War of the Rebellion: Serial 128 Page 0302 CORRESPONDENCE, eTC.

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no time nor enemy will be wasted in accomplishing the object. Shall I proceed to enroll in the counties of King and Queen, Middlesex, and Essex? I can soon get all in those counties, if authorized to do so. Inclosed I send you a letter from Captain John T. Seawell (and authority from Secretary Randolph), who has been taken by the enemy and paroled, relative to commissioning Captain Thomas C. Clopton as commandant of his company. I have on a list in camp, independent of those examined as above stated, sixty-five that have enrolled for Captain Clopton's company. Most of them are conscripts, and about one-half those that had enrolled for Seawell's company. Shall I organize the company under Clopton, or enroll them as conscripts? If allowed to be organized it will be a valuable guard to the people of this section, and much assist me in my work of apprehending and enrolling the unwilling conscripts. I presume Captain C. is too well known to you to require recommendation from me. I regard him a man of energy and courage. If authorized to organize the company I shall, as soon as they are sufficiently drilled, order them to Gloucester Court-House, and Captain Littleton's company to Mathews County. This force will keep off all marauding parties and quiet the people. In addition to the good these companies can do as represented, they can also render valuable services in apprehending the blockade-runners and their goods in this section of the State; and on this point I ask instructions. The most illegal traffic is daily going on between this class of citizens and the enemy. Flour, pork, meal, and, indeed, almost every article, are being carried across the bay to the Eastern Shore, and across the Rappahannock to the Northern Neck of Virginia, and exchanged for Yankee goods which they now run through the lines to Richmond. This class of men are mostly conscripts and outrageous extortioners. Give me the authority and I believe I could apprehend hundreds liable to military service, and secure for the Government (at reasonable prices) large quantities of heavy woolens, shoes, blankets, medicines, and other army goods; or by confiscation suppress the trade entirely. Please give me instructions what to do. I shall, however, in the meantime take charge of this class of individuals and their goods, and hold them until I get instructions from your Department. Captain Littleton's company, divided into squads, is now operating in portions of Gloucester and Mathews, by my order, arresting unwilling conscripts and bringing them in. The Northern Neck of Virginia, I understand, is worse than Yankeedom itself. The most unlicensed trade is going on. That section ought to be under military control by all means. Write me on this points also.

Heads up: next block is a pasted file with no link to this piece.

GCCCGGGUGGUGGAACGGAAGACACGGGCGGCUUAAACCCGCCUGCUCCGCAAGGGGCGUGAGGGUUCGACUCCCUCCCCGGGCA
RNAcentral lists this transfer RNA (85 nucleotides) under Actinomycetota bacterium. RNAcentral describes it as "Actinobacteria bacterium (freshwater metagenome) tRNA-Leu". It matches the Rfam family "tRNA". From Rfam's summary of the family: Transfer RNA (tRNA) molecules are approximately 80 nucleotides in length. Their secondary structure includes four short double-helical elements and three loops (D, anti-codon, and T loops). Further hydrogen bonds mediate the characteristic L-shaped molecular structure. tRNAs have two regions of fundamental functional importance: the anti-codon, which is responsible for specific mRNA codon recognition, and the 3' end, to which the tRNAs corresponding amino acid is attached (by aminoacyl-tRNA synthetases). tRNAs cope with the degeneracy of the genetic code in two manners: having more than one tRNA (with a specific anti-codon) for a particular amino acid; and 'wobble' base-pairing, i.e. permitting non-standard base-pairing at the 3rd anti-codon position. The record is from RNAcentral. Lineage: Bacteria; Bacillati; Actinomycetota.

Very respectfully, your obedient servant,

D. J. GODWIN,

Colonel and Enrolling Officer, &c.

P. S. - Since writing the above a detachment of Captain Littleton's company has brought into camp five persons engaged in running into our lines from those of the enemy a large and excellent assortment of goods. All the men, except one, are, in my opinion, liable to the conscript act. Two are from the Eastern Shore of Virginia, two from this county, and one claims to be a Marylander. From what information I can gather some of the party have probably taken the oath of allegiance to the United States Government, and may be spies. What shall I do with them and their goods? I have charge of both and will await your order. Is a Marylander found in Virginia liable to be